case study:

Strengthening awareness about HIV and knowledge about PrEP among at-risk youth

Dealing with HIV transmission awareness head-on: The Challenge


427 New Yorkers ages 13 to 24 years were newly diagnosed with HIV in 2017. Among this group, 59% were young Black and Latino cisgender MSM (men who have sex with men). There’s a lack of knowledge about PrEP beyond its basic uses and benefits as a preventative measure against HIV with this demographic. While PrEP has been around for years, only a small portion of those at high risk for HIV infection use it due to misinformation on side effects, effectiveness, and cost.

Our Approach 

We developed a year long exploratory research study targeting YMCSM (young men of color who have sex with men) and YTWC (young transgender women of color) involving surveys, in-depth interviews, focus groups, and message testing. Due to the stigma of an HIV/AIDS diagnosis, some participants said they live in “constant anxiety” and anticipation of judgment, and felt healthcare professionals lack training on delivering health care services to the LGBTQ community, resulting in feelings of isolation, shame, and fear. Trans women of color were especially worried about the side effects, fearing PrEP might interfere with the efficacy of their hormones. Participants also expressed a desire to see a diverse campaign that conveys that“anyone” can catch an STI, and “not just them.”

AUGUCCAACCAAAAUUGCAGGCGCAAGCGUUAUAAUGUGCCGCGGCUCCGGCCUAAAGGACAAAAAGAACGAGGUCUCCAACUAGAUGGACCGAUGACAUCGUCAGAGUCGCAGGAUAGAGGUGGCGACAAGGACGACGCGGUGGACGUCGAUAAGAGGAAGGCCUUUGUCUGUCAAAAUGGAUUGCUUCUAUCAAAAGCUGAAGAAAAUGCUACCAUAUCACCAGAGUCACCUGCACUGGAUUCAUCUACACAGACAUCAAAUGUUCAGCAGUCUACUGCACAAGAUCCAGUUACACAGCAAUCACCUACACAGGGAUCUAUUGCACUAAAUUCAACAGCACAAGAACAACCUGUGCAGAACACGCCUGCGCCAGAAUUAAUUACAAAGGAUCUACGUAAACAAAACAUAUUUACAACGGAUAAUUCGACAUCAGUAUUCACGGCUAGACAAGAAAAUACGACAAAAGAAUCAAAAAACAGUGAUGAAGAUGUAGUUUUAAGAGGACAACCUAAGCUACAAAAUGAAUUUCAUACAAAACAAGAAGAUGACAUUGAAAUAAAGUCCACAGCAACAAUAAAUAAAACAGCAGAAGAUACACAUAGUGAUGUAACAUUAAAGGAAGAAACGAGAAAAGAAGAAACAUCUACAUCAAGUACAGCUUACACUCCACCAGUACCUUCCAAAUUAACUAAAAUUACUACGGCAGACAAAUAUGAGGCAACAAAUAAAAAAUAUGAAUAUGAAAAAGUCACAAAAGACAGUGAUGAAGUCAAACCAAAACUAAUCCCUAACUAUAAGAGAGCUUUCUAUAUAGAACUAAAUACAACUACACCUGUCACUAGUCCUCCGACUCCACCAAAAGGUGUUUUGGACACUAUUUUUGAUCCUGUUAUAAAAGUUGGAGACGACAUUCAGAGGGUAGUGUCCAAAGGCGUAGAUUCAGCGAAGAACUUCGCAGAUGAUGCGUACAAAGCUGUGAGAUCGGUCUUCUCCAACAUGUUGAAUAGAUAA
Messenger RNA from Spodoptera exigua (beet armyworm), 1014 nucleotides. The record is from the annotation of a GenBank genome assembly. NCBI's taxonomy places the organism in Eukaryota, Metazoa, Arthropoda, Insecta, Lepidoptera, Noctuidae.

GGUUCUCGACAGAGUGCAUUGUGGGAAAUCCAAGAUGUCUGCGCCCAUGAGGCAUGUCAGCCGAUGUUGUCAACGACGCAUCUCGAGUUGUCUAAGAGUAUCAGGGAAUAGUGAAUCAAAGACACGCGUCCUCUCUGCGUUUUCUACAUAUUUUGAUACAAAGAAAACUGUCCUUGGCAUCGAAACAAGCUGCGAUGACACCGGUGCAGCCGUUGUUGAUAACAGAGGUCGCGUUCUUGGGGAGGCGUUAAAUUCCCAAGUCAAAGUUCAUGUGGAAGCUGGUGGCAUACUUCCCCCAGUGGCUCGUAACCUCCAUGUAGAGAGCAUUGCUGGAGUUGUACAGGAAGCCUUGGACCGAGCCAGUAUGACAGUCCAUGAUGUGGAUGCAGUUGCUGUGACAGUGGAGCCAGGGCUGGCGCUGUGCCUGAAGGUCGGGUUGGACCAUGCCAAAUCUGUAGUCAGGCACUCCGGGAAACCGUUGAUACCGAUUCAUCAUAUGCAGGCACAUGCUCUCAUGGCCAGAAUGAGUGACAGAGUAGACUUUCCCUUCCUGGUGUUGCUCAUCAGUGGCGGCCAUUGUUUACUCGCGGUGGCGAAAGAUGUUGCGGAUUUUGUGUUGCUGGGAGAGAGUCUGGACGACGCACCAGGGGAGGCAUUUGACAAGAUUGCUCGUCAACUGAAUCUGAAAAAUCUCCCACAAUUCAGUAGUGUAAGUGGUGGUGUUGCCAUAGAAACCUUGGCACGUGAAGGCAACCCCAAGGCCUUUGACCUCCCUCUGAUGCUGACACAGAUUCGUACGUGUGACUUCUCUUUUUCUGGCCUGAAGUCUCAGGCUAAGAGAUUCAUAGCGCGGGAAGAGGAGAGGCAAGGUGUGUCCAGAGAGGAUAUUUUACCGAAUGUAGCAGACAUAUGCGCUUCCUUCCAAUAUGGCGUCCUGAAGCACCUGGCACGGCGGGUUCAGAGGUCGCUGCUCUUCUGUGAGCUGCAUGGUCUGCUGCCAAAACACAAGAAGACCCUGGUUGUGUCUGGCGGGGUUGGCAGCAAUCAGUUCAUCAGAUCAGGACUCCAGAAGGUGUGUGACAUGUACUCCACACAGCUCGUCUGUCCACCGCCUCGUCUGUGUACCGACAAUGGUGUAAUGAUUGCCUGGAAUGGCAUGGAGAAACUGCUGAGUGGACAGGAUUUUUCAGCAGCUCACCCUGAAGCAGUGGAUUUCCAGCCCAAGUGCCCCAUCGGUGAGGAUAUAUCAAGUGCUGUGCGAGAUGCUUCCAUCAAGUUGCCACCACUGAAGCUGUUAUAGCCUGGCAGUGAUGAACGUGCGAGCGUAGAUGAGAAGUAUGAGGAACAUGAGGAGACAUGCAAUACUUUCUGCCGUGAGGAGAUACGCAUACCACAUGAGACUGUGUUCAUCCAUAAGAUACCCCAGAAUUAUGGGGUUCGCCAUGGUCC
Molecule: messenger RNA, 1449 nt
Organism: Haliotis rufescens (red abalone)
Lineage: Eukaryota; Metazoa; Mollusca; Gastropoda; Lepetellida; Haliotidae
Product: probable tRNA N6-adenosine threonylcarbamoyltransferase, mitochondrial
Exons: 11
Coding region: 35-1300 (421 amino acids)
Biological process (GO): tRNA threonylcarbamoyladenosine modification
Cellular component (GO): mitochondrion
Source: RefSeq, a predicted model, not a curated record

We learned the key to reaching this demographic is to make them feel included, not targeted. We recommended PrEP create a campaign that humanizes those living with HIV, de-stigmatizes the diagnosis, and promotes getting tested. This helped reshape the campaign to increase the appeal and effectiveness of its message. The end result was a sensitive, relatable, positive campaign with wide-reaching effects. 

Check out the final campaign:

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